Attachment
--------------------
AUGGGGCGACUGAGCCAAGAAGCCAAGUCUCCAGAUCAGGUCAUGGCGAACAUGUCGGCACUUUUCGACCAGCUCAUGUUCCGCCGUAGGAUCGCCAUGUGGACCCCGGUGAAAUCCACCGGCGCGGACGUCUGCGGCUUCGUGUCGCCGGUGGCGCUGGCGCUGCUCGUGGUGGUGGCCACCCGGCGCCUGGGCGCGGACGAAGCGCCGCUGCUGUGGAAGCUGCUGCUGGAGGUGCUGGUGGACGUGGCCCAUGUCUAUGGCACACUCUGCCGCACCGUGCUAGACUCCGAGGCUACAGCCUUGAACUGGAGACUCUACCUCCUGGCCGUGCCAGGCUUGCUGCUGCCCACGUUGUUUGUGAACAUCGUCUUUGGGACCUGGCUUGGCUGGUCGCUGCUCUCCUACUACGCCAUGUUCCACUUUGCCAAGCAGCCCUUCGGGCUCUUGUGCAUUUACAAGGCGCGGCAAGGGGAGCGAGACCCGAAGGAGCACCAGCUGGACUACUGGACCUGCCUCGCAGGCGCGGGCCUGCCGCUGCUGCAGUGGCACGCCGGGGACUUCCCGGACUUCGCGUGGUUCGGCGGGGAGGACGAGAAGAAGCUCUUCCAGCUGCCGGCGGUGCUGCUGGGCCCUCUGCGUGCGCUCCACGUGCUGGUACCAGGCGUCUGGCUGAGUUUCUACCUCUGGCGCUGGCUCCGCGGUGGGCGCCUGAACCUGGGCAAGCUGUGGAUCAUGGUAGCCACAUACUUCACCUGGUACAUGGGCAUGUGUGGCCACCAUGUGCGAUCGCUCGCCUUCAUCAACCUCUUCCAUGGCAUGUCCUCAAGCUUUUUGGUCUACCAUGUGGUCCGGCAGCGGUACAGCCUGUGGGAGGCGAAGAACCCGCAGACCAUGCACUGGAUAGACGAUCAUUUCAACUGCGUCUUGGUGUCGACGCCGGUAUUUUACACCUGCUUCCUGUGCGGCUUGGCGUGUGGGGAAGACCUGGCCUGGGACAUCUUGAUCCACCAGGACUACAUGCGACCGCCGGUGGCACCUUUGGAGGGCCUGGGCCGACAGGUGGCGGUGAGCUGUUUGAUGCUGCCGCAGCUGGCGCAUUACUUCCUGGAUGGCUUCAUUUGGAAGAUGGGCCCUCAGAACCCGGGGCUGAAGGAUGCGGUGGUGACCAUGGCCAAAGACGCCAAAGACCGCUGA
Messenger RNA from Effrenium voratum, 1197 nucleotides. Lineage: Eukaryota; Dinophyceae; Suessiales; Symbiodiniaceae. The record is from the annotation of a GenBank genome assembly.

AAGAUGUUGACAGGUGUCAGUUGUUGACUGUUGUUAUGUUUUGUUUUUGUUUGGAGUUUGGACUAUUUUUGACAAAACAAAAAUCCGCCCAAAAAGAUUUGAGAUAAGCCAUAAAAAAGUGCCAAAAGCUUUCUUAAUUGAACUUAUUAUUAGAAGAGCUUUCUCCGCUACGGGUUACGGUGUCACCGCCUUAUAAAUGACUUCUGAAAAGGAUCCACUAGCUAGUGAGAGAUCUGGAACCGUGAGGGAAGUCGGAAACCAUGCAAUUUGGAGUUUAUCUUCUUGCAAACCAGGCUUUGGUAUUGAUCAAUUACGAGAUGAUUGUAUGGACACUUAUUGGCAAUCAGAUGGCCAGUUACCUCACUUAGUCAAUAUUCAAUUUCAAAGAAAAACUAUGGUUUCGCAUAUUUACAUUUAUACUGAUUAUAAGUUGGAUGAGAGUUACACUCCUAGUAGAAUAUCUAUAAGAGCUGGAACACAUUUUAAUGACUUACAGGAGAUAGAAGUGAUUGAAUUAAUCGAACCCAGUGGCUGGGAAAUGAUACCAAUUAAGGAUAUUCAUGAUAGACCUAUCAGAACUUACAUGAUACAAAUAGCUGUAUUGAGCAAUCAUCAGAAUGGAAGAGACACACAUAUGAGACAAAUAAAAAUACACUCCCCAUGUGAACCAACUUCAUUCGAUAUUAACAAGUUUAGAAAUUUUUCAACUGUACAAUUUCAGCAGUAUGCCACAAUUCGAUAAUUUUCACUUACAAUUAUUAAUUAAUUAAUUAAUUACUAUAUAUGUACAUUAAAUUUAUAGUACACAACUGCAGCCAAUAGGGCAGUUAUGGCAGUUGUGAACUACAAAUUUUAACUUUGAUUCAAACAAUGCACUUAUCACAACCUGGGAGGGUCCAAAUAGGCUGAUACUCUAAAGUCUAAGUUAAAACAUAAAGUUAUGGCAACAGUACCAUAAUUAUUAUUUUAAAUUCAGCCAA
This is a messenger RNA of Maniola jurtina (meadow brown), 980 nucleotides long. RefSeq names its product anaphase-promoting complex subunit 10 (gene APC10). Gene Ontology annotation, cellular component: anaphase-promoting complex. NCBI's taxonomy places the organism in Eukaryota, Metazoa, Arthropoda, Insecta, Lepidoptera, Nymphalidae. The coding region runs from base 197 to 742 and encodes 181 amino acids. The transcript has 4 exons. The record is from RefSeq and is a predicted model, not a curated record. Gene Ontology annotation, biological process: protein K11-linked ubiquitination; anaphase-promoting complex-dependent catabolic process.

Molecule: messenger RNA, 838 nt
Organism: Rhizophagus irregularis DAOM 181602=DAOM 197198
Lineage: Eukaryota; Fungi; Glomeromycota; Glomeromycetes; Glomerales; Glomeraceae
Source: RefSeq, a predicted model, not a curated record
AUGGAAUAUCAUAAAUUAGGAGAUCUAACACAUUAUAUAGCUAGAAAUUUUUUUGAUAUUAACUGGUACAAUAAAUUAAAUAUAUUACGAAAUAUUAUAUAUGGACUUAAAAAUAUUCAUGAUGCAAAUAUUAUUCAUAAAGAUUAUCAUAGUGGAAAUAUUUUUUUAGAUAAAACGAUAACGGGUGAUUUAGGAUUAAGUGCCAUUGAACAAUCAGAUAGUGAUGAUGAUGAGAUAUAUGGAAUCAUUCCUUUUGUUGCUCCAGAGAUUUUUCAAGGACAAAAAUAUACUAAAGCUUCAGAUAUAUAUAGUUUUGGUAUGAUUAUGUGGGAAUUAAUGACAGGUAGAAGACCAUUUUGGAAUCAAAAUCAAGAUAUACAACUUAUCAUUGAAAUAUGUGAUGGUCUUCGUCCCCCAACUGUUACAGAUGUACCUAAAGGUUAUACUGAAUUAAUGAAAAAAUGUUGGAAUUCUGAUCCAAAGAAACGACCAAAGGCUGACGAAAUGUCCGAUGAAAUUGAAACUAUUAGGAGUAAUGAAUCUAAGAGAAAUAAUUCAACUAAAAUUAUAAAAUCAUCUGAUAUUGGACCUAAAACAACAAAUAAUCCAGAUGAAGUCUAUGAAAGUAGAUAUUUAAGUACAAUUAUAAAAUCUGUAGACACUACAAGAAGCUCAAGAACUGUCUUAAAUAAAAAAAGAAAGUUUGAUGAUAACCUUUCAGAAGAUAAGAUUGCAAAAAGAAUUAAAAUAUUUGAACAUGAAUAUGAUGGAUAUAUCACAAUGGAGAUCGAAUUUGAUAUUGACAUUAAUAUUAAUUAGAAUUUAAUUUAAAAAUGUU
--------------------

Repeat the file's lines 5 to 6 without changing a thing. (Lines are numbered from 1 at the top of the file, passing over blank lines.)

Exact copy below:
Molecule: messenger RNA, 838 nt
Organism: Rhizophagus irregularis DAOM 181602=DAOM 197198